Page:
Gardner and Covington should be combined into one school and BCS should get it's own campus. Why is it so hard to come to this conclusion? Most students at Covington live close to another school. Most LASD students at Gardner live closer to Santa Rita or Covington . There are some out of district kids there - but they have a lot of great choices in Palo Alto. Close Gardner - give it to BCS and be done with it. Gardner families can choose between Covington and Santa Rita or maybe go to BCS. Time to stop this ridiculous and costly fight. I am tired of Mountain View getting the short end of the stick. If a new school is built it should be built in Mountain View for kids at the Crossings.
Posted by BCS effectively is a private school, a resident of the Blossom Valley neighborhood, on Aug 8, 2012 at 11:17 pm
BCS is controlled by a board which is not elected, and is operated as a private school. The school isn't really accountable to the general public, unlike any LASD school.
The enrollment discrimination is not just about areal preference, it is also about not much lower percentage of English learners, special needs students, Latinos, and socially or economically disadvantaged students.
Posted by BCS effectively is a private school, a resident of the Blossom Valley neighborhood, on Aug 8, 2012 at 11:21 pm
The straight facts are: the preference area has 10 percent of the district population, but in the so-called enrollment lottery the other 90 percent of the district population just get 1/2 of the quota. That's 1:9 ratio. Talking about fairness?
Posted by Get your facts right, a resident of the The Crossings neighborhood, on Aug 9, 2012 at 8:06 pm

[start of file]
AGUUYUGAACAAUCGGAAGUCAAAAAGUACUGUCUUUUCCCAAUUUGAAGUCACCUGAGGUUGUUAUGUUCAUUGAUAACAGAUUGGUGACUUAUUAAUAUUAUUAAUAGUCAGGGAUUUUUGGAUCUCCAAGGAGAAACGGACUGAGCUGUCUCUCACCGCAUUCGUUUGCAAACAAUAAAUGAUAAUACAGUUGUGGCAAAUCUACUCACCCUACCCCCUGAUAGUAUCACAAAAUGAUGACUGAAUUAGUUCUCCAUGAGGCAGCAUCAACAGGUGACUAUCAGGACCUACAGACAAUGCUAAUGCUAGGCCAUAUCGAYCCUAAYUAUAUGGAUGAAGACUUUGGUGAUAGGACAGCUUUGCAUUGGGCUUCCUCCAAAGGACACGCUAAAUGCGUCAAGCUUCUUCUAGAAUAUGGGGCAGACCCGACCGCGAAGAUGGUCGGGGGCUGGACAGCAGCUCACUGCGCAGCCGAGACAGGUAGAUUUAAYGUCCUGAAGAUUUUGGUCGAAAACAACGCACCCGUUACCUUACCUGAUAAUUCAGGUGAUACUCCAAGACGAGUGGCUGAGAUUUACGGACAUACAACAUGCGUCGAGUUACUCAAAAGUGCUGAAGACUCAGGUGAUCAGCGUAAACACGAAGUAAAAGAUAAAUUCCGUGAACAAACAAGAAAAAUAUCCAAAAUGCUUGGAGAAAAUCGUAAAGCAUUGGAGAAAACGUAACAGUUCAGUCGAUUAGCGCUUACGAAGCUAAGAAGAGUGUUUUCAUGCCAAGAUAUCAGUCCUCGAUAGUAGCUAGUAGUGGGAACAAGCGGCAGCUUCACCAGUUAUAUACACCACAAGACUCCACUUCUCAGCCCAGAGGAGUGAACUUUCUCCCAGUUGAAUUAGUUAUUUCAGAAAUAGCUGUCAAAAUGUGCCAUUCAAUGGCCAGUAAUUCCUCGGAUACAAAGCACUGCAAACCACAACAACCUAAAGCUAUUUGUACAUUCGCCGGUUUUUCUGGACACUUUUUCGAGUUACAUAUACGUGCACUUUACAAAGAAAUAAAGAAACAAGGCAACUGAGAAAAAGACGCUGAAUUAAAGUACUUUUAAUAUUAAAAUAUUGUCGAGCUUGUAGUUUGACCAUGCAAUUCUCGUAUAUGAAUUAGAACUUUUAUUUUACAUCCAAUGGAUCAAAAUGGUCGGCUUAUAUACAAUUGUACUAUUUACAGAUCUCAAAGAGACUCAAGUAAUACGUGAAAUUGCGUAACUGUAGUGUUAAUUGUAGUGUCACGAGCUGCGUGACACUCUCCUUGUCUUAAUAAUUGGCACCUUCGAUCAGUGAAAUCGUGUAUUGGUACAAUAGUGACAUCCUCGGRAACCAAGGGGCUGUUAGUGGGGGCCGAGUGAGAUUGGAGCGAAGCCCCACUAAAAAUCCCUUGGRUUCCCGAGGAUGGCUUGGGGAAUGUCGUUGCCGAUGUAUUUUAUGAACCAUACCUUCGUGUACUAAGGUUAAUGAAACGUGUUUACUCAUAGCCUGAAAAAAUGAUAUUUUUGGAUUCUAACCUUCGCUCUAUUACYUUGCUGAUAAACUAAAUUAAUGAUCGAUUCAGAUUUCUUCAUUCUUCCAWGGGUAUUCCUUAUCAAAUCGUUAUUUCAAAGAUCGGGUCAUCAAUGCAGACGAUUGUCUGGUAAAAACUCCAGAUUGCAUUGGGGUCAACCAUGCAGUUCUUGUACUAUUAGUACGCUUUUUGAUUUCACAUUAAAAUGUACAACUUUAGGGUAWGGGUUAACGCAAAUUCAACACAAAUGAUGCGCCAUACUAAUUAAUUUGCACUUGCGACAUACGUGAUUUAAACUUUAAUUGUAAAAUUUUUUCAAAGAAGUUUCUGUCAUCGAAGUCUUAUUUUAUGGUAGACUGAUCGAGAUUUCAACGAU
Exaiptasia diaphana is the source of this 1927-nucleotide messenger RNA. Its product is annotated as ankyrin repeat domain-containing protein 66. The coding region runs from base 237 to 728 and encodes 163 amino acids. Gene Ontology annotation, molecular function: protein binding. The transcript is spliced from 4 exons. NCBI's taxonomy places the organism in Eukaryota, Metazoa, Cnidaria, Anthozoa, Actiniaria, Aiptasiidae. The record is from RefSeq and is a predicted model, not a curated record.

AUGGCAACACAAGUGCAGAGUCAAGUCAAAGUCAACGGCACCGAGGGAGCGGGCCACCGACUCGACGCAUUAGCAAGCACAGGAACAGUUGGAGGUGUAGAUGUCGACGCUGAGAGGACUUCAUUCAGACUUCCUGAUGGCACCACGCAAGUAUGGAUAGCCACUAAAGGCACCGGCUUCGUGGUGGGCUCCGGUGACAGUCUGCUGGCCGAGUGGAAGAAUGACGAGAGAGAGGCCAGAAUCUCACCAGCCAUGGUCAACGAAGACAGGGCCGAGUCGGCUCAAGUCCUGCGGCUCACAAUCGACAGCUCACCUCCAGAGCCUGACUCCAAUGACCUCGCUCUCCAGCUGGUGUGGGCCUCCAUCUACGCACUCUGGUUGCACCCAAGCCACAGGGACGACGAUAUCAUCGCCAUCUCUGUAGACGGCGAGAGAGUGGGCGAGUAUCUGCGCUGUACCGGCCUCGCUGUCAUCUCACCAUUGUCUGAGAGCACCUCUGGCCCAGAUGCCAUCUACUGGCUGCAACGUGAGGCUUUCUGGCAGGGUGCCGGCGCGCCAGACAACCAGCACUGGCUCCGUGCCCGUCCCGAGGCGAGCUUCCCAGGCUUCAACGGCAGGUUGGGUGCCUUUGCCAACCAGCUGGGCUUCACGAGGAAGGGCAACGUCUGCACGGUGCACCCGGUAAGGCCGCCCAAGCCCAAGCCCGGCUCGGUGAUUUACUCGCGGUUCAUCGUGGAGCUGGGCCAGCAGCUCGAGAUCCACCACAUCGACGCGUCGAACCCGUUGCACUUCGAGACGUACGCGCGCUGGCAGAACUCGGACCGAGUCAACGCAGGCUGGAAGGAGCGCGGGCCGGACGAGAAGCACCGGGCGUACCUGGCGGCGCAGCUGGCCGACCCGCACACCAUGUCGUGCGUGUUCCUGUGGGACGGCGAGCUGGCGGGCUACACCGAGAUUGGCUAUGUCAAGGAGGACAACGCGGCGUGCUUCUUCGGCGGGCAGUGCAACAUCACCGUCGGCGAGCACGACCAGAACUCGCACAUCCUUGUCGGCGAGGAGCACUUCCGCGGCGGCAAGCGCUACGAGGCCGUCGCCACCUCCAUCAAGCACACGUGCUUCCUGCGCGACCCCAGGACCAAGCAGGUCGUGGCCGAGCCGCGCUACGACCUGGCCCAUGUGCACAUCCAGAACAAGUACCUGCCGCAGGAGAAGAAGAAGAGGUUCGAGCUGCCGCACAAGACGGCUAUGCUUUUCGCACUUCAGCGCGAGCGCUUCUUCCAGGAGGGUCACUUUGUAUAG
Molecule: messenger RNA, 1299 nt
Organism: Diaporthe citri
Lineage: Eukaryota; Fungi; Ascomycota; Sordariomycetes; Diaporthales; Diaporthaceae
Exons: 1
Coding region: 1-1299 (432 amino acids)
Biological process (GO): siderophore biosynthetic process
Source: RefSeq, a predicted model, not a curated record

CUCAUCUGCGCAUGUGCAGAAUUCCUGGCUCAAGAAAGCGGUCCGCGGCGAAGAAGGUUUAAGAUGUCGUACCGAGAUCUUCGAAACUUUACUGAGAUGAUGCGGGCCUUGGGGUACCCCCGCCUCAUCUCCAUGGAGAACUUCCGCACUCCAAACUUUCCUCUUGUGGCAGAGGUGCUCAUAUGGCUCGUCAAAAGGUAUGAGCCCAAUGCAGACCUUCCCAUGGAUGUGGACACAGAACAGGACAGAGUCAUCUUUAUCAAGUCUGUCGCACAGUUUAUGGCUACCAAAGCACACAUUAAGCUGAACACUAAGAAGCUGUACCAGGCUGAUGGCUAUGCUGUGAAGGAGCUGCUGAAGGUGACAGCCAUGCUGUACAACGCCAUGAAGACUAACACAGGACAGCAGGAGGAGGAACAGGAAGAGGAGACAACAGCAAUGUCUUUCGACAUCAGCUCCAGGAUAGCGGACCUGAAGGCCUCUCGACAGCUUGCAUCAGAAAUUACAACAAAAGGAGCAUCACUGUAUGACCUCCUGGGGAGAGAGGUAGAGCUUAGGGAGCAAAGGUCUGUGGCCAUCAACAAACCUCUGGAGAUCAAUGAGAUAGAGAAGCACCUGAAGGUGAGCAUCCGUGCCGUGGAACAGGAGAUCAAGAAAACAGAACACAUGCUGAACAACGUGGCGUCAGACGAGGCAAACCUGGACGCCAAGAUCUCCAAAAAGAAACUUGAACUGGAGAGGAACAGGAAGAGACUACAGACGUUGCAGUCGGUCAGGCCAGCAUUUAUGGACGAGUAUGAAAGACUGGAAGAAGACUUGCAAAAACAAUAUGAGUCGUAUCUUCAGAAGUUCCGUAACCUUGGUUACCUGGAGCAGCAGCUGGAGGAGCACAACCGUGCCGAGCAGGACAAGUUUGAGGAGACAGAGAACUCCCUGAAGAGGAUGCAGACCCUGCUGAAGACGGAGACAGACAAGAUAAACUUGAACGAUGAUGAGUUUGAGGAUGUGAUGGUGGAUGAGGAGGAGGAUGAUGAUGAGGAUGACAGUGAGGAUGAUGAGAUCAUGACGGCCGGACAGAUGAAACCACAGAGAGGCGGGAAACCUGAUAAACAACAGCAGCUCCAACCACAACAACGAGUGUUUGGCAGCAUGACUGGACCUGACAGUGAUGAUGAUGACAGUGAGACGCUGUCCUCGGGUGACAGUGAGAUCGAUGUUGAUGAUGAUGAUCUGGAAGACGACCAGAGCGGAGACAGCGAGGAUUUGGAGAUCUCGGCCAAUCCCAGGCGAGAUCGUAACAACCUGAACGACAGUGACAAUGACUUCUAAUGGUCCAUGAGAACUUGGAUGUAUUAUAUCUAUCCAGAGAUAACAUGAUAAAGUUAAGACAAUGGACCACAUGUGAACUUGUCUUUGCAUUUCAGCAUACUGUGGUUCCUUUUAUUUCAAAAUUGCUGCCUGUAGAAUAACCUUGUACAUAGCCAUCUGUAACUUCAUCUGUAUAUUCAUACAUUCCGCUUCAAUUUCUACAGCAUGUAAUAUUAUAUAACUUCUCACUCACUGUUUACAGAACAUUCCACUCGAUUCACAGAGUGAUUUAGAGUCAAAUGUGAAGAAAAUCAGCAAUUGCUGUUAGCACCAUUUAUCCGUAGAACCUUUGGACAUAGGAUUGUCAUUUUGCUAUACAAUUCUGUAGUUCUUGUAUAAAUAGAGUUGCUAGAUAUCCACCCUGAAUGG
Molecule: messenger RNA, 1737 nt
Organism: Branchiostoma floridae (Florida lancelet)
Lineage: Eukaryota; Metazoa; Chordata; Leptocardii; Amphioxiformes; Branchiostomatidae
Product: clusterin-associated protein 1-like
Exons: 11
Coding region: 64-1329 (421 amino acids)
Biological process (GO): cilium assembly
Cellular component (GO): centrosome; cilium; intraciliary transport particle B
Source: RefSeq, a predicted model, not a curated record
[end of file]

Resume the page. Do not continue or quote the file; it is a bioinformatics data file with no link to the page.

The BCS board reports to SCCBOE, which is an elected entity. And it was created by CA charter law. Private schools do not need to be audited nor need to renew "charter" by presenting its programs to any government agency.
BCS's overall student populations covers the whole LASD district. The number of students from the "preference" area are decreasing because the siblings of current students have precedence over the "preference" area. It's not 1:9 ratio, please research again before making unfounded accusations.
Posted by BCS effectively is a private school, a resident of the Blossom Valley neighborhood, on Aug 9, 2012 at 9:58 pm
You are so out of touch with the reality.
The BCS is NOT elected. NONE of its members is elected.
The enrollment lottery allocate only half of the new slots to the OTHER areas which has 90% of the district population, while the other half (50%) is reserved for the preference area (of 10% of the population). That means (50%/90%):(50%/10%) = 1:9. Simple and solid math! Face it.
Posted by Bart Carey, a resident of another community, on Aug 11, 2012 at 8:39 am
BCS is a public school, but in some aspects gives the impression of a private school. The phrase a public school privately run is probably a good one, expressing the conflict that many feel.
I have a problem with the lack of democratic election of the BCS board. This is the decision-making body for the school, the body that pushes lawsuits which the larger district/public is forced to defend, and the body which wants to control a public school site, but without public accountability. These decisions which affect our public assets, and the education of all our children are not made by the detached county board, and are not made by any democratically-elected officials.